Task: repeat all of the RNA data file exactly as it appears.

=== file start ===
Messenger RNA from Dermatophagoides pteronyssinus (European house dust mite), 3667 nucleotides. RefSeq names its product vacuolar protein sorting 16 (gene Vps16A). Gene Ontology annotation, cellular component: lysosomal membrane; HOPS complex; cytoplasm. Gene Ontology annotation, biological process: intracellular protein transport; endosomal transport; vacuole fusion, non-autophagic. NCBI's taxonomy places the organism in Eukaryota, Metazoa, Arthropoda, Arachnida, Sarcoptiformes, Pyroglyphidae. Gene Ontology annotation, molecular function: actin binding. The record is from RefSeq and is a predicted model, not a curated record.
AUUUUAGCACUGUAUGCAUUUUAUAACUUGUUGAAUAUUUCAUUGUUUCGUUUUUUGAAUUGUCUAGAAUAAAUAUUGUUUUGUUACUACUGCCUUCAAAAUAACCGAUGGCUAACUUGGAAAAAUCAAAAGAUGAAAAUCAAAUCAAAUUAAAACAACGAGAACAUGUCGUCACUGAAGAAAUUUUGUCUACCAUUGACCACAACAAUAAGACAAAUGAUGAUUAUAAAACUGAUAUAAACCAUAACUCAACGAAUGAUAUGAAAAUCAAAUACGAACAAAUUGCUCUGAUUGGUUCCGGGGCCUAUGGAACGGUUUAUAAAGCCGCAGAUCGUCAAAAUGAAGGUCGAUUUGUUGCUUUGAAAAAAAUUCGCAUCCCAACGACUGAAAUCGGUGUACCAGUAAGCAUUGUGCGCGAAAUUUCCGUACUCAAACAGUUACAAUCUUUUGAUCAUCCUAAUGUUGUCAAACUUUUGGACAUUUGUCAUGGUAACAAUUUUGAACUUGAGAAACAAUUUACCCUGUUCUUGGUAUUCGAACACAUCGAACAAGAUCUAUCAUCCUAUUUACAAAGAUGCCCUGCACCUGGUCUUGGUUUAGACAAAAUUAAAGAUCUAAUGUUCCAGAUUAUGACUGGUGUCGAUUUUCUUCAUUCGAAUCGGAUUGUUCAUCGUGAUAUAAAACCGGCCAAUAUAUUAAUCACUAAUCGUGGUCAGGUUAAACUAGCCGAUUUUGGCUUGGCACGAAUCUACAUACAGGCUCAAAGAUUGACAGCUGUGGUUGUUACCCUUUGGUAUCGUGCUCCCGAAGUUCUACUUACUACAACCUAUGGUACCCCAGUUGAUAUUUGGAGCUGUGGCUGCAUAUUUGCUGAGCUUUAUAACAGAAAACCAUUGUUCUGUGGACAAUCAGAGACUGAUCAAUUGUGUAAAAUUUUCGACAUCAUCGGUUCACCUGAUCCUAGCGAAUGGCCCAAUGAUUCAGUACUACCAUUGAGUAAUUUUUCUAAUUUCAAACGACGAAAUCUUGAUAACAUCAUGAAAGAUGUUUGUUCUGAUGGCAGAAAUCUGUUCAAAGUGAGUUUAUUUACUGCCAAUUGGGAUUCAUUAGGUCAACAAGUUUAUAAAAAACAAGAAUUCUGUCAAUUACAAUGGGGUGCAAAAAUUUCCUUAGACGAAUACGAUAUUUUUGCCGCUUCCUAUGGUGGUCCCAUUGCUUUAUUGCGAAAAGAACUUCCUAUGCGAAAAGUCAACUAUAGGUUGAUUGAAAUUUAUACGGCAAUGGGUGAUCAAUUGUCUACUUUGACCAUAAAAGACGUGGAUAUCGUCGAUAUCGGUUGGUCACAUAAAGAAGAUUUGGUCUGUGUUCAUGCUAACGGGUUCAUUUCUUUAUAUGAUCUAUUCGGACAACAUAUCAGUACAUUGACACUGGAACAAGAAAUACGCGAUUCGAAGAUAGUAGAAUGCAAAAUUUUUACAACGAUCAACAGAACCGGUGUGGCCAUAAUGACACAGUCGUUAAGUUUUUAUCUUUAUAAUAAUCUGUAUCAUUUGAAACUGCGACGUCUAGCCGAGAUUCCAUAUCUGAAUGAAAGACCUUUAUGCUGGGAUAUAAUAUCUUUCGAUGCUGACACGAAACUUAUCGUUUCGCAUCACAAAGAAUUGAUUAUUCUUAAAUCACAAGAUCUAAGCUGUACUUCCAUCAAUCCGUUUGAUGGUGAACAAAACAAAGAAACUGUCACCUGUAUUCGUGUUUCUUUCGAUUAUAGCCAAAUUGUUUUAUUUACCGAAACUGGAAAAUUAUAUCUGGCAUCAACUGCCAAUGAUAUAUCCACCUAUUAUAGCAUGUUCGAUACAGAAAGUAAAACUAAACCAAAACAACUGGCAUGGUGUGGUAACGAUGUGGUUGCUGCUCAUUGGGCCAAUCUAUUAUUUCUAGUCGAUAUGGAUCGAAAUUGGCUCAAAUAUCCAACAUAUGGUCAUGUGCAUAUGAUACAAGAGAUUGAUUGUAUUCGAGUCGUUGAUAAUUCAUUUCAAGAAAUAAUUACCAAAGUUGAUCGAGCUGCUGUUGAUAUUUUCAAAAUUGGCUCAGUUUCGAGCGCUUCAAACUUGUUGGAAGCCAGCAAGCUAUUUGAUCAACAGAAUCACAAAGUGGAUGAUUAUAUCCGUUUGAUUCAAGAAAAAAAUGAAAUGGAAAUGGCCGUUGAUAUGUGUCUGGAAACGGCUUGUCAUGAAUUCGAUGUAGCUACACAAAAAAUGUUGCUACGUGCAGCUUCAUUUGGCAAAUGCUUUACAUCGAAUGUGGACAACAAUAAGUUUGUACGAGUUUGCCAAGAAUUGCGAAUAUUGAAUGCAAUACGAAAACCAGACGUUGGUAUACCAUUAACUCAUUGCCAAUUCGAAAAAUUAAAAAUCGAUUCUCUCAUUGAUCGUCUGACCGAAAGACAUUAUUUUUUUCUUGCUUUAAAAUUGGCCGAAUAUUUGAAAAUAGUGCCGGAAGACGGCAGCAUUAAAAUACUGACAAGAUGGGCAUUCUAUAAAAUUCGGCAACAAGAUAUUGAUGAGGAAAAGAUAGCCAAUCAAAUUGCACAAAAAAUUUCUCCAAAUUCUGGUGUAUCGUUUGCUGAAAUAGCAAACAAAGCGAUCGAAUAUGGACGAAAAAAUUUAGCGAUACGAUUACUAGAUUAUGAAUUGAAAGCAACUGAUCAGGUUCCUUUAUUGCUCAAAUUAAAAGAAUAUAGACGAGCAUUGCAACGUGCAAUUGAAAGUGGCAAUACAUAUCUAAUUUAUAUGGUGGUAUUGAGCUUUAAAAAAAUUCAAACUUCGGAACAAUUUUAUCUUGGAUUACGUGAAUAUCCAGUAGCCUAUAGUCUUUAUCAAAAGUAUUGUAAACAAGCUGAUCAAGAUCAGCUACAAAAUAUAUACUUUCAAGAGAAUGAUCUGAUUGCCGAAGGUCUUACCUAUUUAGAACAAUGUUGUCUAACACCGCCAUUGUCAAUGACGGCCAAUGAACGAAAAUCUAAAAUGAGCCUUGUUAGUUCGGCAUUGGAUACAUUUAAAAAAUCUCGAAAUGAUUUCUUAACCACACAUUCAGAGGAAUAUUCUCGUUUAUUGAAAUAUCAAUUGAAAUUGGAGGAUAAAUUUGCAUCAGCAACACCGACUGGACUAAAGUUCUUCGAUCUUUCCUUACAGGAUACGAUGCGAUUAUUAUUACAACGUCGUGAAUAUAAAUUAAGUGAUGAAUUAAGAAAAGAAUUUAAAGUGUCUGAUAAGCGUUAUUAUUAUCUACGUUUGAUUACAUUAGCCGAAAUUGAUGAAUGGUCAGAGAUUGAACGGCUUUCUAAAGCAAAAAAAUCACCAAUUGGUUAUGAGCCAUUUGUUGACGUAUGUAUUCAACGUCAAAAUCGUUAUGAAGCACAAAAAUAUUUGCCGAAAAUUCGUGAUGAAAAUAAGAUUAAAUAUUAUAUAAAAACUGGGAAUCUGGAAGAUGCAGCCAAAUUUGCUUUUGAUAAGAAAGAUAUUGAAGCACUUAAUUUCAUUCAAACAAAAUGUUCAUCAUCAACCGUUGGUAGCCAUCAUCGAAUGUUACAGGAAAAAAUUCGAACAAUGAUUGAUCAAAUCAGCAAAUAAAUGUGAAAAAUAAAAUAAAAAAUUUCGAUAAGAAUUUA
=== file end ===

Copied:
Messenger RNA from Dermatophagoides pteronyssinus (European house dust mite), 3667 nucleotides. RefSeq names its product vacuolar protein sorting 16 (gene Vps16A). Gene Ontology annotation, cellular component: lysosomal membrane; HOPS complex; cytoplasm. Gene Ontology annotation, biological process: intracellular protein transport; endosomal transport; vacuole fusion, non-autophagic. NCBI's taxonomy places the organism in Eukaryota, Metazoa, Arthropoda, Arachnida, Sarcoptiformes, Pyroglyphidae. Gene Ontology annotation, molecular function: actin binding. The record is from RefSeq and is a predicted model, not a curated record.
AUUUUAGCACUGUAUGCAUUUUAUAACUUGUUGAAUAUUUCAUUGUUUCGUUUUUUGAAUUGUCUAGAAUAAAUAUUGUUUUGUUACUACUGCCUUCAAAAUAACCGAUGGCUAACUUGGAAAAAUCAAAAGAUGAAAAUCAAAUCAAAUUAAAACAACGAGAACAUGUCGUCACUGAAGAAAUUUUGUCUACCAUUGACCACAACAAUAAGACAAAUGAUGAUUAUAAAACUGAUAUAAACCAUAACUCAACGAAUGAUAUGAAAAUCAAAUACGAACAAAUUGCUCUGAUUGGUUCCGGGGCCUAUGGAACGGUUUAUAAAGCCGCAGAUCGUCAAAAUGAAGGUCGAUUUGUUGCUUUGAAAAAAAUUCGCAUCCCAACGACUGAAAUCGGUGUACCAGUAAGCAUUGUGCGCGAAAUUUCCGUACUCAAACAGUUACAAUCUUUUGAUCAUCCUAAUGUUGUCAAACUUUUGGACAUUUGUCAUGGUAACAAUUUUGAACUUGAGAAACAAUUUACCCUGUUCUUGGUAUUCGAACACAUCGAACAAGAUCUAUCAUCCUAUUUACAAAGAUGCCCUGCACCUGGUCUUGGUUUAGACAAAAUUAAAGAUCUAAUGUUCCAGAUUAUGACUGGUGUCGAUUUUCUUCAUUCGAAUCGGAUUGUUCAUCGUGAUAUAAAACCGGCCAAUAUAUUAAUCACUAAUCGUGGUCAGGUUAAACUAGCCGAUUUUGGCUUGGCACGAAUCUACAUACAGGCUCAAAGAUUGACAGCUGUGGUUGUUACCCUUUGGUAUCGUGCUCCCGAAGUUCUACUUACUACAACCUAUGGUACCCCAGUUGAUAUUUGGAGCUGUGGCUGCAUAUUUGCUGAGCUUUAUAACAGAAAACCAUUGUUCUGUGGACAAUCAGAGACUGAUCAAUUGUGUAAAAUUUUCGACAUCAUCGGUUCACCUGAUCCUAGCGAAUGGCCCAAUGAUUCAGUACUACCAUUGAGUAAUUUUUCUAAUUUCAAACGACGAAAUCUUGAUAACAUCAUGAAAGAUGUUUGUUCUGAUGGCAGAAAUCUGUUCAAAGUGAGUUUAUUUACUGCCAAUUGGGAUUCAUUAGGUCAACAAGUUUAUAAAAAACAAGAAUUCUGUCAAUUACAAUGGGGUGCAAAAAUUUCCUUAGACGAAUACGAUAUUUUUGCCGCUUCCUAUGGUGGUCCCAUUGCUUUAUUGCGAAAAGAACUUCCUAUGCGAAAAGUCAACUAUAGGUUGAUUGAAAUUUAUACGGCAAUGGGUGAUCAAUUGUCUACUUUGACCAUAAAAGACGUGGAUAUCGUCGAUAUCGGUUGGUCACAUAAAGAAGAUUUGGUCUGUGUUCAUGCUAACGGGUUCAUUUCUUUAUAUGAUCUAUUCGGACAACAUAUCAGUACAUUGACACUGGAACAAGAAAUACGCGAUUCGAAGAUAGUAGAAUGCAAAAUUUUUACAACGAUCAACAGAACCGGUGUGGCCAUAAUGACACAGUCGUUAAGUUUUUAUCUUUAUAAUAAUCUGUAUCAUUUGAAACUGCGACGUCUAGCCGAGAUUCCAUAUCUGAAUGAAAGACCUUUAUGCUGGGAUAUAAUAUCUUUCGAUGCUGACACGAAACUUAUCGUUUCGCAUCACAAAGAAUUGAUUAUUCUUAAAUCACAAGAUCUAAGCUGUACUUCCAUCAAUCCGUUUGAUGGUGAACAAAACAAAGAAACUGUCACCUGUAUUCGUGUUUCUUUCGAUUAUAGCCAAAUUGUUUUAUUUACCGAAACUGGAAAAUUAUAUCUGGCAUCAACUGCCAAUGAUAUAUCCACCUAUUAUAGCAUGUUCGAUACAGAAAGUAAAACUAAACCAAAACAACUGGCAUGGUGUGGUAACGAUGUGGUUGCUGCUCAUUGGGCCAAUCUAUUAUUUCUAGUCGAUAUGGAUCGAAAUUGGCUCAAAUAUCCAACAUAUGGUCAUGUGCAUAUGAUACAAGAGAUUGAUUGUAUUCGAGUCGUUGAUAAUUCAUUUCAAGAAAUAAUUACCAAAGUUGAUCGAGCUGCUGUUGAUAUUUUCAAAAUUGGCUCAGUUUCGAGCGCUUCAAACUUGUUGGAAGCCAGCAAGCUAUUUGAUCAACAGAAUCACAAAGUGGAUGAUUAUAUCCGUUUGAUUCAAGAAAAAAAUGAAAUGGAAAUGGCCGUUGAUAUGUGUCUGGAAACGGCUUGUCAUGAAUUCGAUGUAGCUACACAAAAAAUGUUGCUACGUGCAGCUUCAUUUGGCAAAUGCUUUACAUCGAAUGUGGACAACAAUAAGUUUGUACGAGUUUGCCAAGAAUUGCGAAUAUUGAAUGCAAUACGAAAACCAGACGUUGGUAUACCAUUAACUCAUUGCCAAUUCGAAAAAUUAAAAAUCGAUUCUCUCAUUGAUCGUCUGACCGAAAGACAUUAUUUUUUUCUUGCUUUAAAAUUGGCCGAAUAUUUGAAAAUAGUGCCGGAAGACGGCAGCAUUAAAAUACUGACAAGAUGGGCAUUCUAUAAAAUUCGGCAACAAGAUAUUGAUGAGGAAAAGAUAGCCAAUCAAAUUGCACAAAAAAUUUCUCCAAAUUCUGGUGUAUCGUUUGCUGAAAUAGCAAACAAAGCGAUCGAAUAUGGACGAAAAAAUUUAGCGAUACGAUUACUAGAUUAUGAAUUGAAAGCAACUGAUCAGGUUCCUUUAUUGCUCAAAUUAAAAGAAUAUAGACGAGCAUUGCAACGUGCAAUUGAAAGUGGCAAUACAUAUCUAAUUUAUAUGGUGGUAUUGAGCUUUAAAAAAAUUCAAACUUCGGAACAAUUUUAUCUUGGAUUACGUGAAUAUCCAGUAGCCUAUAGUCUUUAUCAAAAGUAUUGUAAACAAGCUGAUCAAGAUCAGCUACAAAAUAUAUACUUUCAAGAGAAUGAUCUGAUUGCCGAAGGUCUUACCUAUUUAGAACAAUGUUGUCUAACACCGCCAUUGUCAAUGACGGCCAAUGAACGAAAAUCUAAAAUGAGCCUUGUUAGUUCGGCAUUGGAUACAUUUAAAAAAUCUCGAAAUGAUUUCUUAACCACACAUUCAGAGGAAUAUUCUCGUUUAUUGAAAUAUCAAUUGAAAUUGGAGGAUAAAUUUGCAUCAGCAACACCGACUGGACUAAAGUUCUUCGAUCUUUCCUUACAGGAUACGAUGCGAUUAUUAUUACAACGUCGUGAAUAUAAAUUAAGUGAUGAAUUAAGAAAAGAAUUUAAAGUGUCUGAUAAGCGUUAUUAUUAUCUACGUUUGAUUACAUUAGCCGAAAUUGAUGAAUGGUCAGAGAUUGAACGGCUUUCUAAAGCAAAAAAAUCACCAAUUGGUUAUGAGCCAUUUGUUGACGUAUGUAUUCAACGUCAAAAUCGUUAUGAAGCACAAAAAUAUUUGCCGAAAAUUCGUGAUGAAAAUAAGAUUAAAUAUUAUAUAAAAACUGGGAAUCUGGAAGAUGCAGCCAAAUUUGCUUUUGAUAAGAAAGAUAUUGAAGCACUUAAUUUCAUUCAAACAAAAUGUUCAUCAUCAACCGUUGGUAGCCAUCAUCGAAUGUUACAGGAAAAAAUUCGAACAAUGAUUGAUCAAAUCAGCAAAUAAAUGUGAAAAAUAAAAUAAAAAAUUUCGAUAAGAAUUUA